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. Last Updated: 07/27/2016

Kudrin Sees No Threat to Blue Chips

MTOleg Vyugin, Kremlin aide Arkady Dvorkovich and Vardanyan listening to Kudrin at Troika Dialog's conference Tuesday.
Finance Minister Alexei Kudrin on Tuesday appeared to reject President Vladimir Putin's call to consider using government funds to prop up blue chip stocks.

Stocks are doing well and do not need government help, Kudrin said at a conference on the debt market organized by investment bank Troika Dialog.

"I see no threats to our blue chips," Kudrin said. "The government's investment will only boost speculative growth in the markets."

Troika chairman Ruben Vardanyan agreed with Kudrin, saying an influx of cash from the state would "overheat" the stock market.

Since the start of the year, investors have become more wary about the country's oil and gas stocks, with state-run Gazprom losing 18 percent and state oil firm Rosneft shedding 14 percent. Some analysts say an overly heavy tax burden is leading to a slowdown in investment in new fields.

Putin on Monday urged the government to invest in the Russian stock market as well in foreign stocks.

"The government invests in foreign securities," Putin said at a Cabinet meeting. "Why doesn't it invest in ours at all?"

Putin did not name exactly where the money for such investment should come from, but analysts suggested the stabilization fund, which accumulates windfall oil export revenues, as a possible source.

Kudrin told the Cabinet meeting that such government money infusions would rack up inflation and boost market speculation.

Putin then insisted that the government support the market during hard times. It is strange, Putin said, that the stock market, led by energy companies, plummeted and stagnated earlier this year as world oil prices were growing.

The stock market has resumed growth since then and grew by 1 percent, compared with the level before the slump, Economic Development and Trade Minister German Gref told the meeting.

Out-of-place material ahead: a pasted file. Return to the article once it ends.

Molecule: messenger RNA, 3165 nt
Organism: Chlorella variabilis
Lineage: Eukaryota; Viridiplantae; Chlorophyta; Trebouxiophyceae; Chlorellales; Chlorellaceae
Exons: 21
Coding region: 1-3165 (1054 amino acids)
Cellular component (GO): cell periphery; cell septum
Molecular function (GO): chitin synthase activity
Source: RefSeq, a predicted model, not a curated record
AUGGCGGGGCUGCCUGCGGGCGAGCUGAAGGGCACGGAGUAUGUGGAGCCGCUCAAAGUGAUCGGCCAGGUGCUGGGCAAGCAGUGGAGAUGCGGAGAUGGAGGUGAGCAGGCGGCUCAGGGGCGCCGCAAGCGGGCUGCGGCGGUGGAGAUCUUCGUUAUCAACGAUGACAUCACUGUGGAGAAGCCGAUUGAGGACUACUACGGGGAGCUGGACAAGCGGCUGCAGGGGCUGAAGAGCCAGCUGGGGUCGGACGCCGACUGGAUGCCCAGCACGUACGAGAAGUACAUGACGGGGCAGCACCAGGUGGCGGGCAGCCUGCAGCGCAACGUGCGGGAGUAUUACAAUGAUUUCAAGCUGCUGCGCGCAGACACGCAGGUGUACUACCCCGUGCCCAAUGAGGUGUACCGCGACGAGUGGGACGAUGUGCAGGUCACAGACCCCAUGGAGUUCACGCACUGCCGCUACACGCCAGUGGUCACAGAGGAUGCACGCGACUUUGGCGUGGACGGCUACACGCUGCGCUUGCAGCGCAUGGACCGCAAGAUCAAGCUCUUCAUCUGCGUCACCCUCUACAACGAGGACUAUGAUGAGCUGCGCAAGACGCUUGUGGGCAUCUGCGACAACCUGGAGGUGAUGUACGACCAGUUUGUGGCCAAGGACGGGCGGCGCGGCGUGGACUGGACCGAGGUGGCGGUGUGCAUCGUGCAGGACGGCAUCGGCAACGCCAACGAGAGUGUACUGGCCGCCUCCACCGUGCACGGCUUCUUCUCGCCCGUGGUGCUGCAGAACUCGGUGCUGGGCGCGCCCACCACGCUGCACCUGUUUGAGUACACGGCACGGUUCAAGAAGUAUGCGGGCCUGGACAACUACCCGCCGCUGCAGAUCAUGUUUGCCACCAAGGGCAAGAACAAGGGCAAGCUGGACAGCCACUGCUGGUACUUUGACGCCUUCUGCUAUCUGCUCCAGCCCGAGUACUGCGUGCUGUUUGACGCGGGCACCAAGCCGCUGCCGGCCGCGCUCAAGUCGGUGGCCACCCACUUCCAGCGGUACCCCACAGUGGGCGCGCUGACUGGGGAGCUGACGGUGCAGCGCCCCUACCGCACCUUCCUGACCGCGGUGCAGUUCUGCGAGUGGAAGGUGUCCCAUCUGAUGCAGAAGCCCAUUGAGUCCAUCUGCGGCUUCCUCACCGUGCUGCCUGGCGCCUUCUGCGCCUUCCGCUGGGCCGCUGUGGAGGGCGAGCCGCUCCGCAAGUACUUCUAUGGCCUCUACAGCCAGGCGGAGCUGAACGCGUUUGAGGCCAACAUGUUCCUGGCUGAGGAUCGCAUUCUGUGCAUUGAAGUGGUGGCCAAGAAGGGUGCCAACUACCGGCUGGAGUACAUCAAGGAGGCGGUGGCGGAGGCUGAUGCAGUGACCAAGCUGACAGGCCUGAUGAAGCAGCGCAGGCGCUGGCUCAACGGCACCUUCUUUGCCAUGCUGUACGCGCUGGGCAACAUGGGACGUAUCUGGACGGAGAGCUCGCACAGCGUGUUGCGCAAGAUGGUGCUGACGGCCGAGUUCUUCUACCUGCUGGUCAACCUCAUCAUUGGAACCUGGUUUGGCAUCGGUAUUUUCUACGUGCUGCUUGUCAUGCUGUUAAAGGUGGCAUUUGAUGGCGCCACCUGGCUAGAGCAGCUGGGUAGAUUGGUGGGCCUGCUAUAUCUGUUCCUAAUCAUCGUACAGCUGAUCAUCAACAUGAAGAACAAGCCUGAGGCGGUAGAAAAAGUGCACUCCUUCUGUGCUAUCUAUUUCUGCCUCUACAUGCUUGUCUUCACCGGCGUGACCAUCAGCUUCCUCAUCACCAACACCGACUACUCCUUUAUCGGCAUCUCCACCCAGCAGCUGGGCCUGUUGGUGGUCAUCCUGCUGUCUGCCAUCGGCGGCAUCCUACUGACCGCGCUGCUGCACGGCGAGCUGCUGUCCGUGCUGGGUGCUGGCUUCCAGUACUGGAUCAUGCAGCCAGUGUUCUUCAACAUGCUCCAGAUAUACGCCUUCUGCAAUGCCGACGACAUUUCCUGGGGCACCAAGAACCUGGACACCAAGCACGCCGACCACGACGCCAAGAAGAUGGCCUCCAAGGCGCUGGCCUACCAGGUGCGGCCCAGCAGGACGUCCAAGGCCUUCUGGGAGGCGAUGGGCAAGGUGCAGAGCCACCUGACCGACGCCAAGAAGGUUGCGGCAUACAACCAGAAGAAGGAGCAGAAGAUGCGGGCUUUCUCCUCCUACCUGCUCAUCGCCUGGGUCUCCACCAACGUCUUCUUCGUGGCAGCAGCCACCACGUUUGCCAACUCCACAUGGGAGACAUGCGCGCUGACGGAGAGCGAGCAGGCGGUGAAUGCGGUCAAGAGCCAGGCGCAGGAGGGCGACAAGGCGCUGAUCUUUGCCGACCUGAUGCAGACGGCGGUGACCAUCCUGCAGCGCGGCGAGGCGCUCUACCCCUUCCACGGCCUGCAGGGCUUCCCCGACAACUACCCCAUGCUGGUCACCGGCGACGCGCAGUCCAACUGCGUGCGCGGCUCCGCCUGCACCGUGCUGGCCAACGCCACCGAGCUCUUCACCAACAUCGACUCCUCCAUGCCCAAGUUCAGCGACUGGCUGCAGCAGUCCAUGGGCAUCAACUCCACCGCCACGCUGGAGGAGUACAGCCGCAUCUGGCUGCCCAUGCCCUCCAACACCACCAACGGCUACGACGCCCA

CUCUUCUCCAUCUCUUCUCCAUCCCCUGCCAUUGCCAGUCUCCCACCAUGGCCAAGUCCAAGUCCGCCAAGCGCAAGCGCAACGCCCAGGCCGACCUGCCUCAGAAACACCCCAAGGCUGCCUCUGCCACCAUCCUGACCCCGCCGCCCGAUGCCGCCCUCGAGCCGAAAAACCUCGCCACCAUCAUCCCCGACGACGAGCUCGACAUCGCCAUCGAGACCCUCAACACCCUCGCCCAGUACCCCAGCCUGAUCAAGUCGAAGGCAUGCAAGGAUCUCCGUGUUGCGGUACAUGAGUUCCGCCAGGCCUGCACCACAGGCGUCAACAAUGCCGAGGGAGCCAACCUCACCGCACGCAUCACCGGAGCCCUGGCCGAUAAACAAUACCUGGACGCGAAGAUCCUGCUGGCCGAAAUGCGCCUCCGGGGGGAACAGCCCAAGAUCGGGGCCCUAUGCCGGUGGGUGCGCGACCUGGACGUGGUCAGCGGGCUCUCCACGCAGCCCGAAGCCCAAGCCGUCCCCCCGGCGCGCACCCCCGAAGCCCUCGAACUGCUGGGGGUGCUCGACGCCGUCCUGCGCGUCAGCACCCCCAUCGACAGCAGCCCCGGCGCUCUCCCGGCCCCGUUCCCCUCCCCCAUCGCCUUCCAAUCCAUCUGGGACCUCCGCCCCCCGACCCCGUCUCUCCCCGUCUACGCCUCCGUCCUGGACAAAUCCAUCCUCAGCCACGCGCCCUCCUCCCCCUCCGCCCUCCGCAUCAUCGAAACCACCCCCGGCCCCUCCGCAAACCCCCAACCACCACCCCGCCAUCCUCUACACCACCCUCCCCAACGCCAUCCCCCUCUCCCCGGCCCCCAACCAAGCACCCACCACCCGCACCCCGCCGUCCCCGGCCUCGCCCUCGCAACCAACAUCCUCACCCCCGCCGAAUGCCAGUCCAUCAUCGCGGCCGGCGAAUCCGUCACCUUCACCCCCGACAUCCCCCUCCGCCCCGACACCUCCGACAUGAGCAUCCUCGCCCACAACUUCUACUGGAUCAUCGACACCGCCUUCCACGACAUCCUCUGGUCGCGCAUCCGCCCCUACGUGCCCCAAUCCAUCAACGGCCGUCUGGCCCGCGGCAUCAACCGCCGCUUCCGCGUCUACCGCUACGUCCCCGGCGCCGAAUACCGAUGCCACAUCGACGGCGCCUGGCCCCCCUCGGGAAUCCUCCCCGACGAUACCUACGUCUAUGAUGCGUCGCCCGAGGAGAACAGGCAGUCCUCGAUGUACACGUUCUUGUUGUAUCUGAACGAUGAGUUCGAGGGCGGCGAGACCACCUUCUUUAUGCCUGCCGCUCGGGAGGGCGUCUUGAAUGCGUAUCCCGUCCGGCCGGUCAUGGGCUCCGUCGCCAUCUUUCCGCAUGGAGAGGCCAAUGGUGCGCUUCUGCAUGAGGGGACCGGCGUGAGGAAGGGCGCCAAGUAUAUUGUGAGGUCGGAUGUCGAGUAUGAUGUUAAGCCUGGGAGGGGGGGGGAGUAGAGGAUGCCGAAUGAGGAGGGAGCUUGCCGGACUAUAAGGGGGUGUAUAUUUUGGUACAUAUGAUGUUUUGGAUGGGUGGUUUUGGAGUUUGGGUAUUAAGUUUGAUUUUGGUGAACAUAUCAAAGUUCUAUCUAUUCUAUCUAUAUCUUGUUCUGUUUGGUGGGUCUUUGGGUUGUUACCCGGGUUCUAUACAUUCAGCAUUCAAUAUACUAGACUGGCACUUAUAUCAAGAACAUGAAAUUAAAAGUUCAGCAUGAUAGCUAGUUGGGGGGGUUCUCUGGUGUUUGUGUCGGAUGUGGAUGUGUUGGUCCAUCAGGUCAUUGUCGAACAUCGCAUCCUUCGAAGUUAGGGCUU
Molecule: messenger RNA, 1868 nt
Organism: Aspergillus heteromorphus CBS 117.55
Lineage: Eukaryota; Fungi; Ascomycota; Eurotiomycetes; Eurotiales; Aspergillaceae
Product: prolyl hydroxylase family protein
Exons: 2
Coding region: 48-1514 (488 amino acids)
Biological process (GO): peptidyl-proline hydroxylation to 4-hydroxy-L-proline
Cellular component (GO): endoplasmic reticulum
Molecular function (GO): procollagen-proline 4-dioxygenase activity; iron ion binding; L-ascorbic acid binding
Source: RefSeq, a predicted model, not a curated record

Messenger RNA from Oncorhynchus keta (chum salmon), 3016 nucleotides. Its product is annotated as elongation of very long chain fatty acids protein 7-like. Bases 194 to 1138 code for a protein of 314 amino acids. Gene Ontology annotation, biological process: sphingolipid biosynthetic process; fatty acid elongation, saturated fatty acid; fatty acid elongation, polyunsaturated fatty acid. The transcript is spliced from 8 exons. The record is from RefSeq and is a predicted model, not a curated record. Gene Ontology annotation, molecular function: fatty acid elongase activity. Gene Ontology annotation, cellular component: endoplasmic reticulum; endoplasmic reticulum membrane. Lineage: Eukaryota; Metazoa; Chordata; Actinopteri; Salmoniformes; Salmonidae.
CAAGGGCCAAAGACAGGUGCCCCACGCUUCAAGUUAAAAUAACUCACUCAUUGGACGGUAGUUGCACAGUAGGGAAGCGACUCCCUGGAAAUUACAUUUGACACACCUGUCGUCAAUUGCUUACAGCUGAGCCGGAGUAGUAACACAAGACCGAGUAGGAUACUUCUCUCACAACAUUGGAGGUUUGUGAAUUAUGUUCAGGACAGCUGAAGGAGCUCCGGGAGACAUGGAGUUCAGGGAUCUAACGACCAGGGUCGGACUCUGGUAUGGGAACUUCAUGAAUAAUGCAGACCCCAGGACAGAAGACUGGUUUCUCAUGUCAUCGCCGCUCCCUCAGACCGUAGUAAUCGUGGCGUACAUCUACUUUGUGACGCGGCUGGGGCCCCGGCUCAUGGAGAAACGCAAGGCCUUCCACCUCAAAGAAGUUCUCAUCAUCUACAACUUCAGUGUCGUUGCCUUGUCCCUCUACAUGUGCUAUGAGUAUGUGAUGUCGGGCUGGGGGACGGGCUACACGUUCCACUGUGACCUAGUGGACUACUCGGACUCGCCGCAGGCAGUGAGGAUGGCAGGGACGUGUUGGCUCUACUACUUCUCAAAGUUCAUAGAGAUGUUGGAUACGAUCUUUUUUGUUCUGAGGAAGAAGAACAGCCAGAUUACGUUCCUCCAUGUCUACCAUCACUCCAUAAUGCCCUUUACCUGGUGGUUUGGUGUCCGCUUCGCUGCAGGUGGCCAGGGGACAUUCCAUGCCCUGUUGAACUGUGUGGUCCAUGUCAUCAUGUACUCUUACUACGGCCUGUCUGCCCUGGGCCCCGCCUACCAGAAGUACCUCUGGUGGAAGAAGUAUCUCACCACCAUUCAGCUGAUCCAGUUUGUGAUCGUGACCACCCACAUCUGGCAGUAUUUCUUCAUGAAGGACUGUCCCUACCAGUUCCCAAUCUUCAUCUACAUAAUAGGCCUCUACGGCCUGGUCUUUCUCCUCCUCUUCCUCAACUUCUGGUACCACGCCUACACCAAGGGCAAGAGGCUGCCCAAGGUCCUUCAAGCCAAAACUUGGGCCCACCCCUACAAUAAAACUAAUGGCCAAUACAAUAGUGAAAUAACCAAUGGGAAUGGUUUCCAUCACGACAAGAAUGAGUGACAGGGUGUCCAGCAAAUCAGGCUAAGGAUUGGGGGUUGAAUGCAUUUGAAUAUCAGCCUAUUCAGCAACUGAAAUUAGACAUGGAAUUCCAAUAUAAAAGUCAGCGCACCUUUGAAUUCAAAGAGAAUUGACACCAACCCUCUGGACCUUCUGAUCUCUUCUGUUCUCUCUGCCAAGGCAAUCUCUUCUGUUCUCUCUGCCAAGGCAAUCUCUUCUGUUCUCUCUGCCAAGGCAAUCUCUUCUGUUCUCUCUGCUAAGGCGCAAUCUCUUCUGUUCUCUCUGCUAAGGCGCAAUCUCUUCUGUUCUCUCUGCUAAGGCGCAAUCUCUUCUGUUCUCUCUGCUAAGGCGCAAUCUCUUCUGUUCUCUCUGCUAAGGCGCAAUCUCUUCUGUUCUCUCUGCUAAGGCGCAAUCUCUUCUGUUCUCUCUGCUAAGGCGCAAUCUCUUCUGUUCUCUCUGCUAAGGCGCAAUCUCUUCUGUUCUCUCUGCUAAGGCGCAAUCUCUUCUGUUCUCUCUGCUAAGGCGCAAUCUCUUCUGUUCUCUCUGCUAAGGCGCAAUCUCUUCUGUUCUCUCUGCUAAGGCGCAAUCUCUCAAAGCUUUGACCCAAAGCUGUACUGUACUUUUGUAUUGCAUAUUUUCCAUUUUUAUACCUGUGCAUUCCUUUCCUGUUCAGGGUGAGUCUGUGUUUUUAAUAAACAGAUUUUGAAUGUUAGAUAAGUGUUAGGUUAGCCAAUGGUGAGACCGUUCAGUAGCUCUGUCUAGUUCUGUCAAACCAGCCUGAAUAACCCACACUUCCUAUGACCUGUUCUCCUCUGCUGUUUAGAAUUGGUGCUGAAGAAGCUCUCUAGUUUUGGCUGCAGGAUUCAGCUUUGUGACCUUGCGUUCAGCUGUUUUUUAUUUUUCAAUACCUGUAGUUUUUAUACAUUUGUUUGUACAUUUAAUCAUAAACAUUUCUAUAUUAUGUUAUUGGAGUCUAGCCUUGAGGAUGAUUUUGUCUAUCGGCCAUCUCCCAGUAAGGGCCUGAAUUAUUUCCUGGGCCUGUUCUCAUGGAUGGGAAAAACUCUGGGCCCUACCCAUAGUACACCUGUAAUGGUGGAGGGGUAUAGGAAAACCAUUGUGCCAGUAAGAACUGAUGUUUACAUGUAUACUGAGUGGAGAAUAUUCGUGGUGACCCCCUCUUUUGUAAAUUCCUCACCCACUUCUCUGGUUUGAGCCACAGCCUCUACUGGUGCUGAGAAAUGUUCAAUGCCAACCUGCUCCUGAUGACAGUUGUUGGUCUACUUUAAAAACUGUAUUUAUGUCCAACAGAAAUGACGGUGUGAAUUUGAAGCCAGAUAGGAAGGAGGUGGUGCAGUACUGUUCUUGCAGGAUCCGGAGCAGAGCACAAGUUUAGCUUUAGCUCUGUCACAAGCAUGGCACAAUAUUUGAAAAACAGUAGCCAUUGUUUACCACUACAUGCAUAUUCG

On Tuesday, Kudrin reiterated his position of noninterference. "I see no reason for the government to put money in the financial markets in order to prop up the stocks of state-owned companies," he said.

The slump earlier this year was only temporary, he said. "Our financial market is one of the fastest-growing in the world, and it will continue to grow," he said.

A better way to help energy companies would be reducing their taxes, said Dmitry Loukashov, an oil and gas analyst at Alfa Bank. Oil companies' scarce resources to invest in greenfield development is what drives their stocks down, he said.

"It's an insane situation when the state takes all profits from oil companies, making their stocks fall, and wants to buy these stocks to support them," he said.

In a note to investors Tuesday, MDM Bank took the view that Putin had implied investing part of the stabilization fund, which currently holds $113.7 billion, into domestic securities. Now the Finance Ministry invests the money in foreign currencies and holds it on Central Bank accounts.

The national welfare fund, which will represent a portion of the stabilization fund from next year, could be invested on the stock market, but the share of Russian stocks, if any, should be "very small," said Peter Westin, chief economist at MDM Bank.

"This money has to be shielded from Russia's own risk," he said.

Putin's idea of investing into equity when the market is stagnating poses questions, Westin said. Markets normally stagnate if stocks do not offer high returns and supporting such stocks could generate low or no rewards, he said.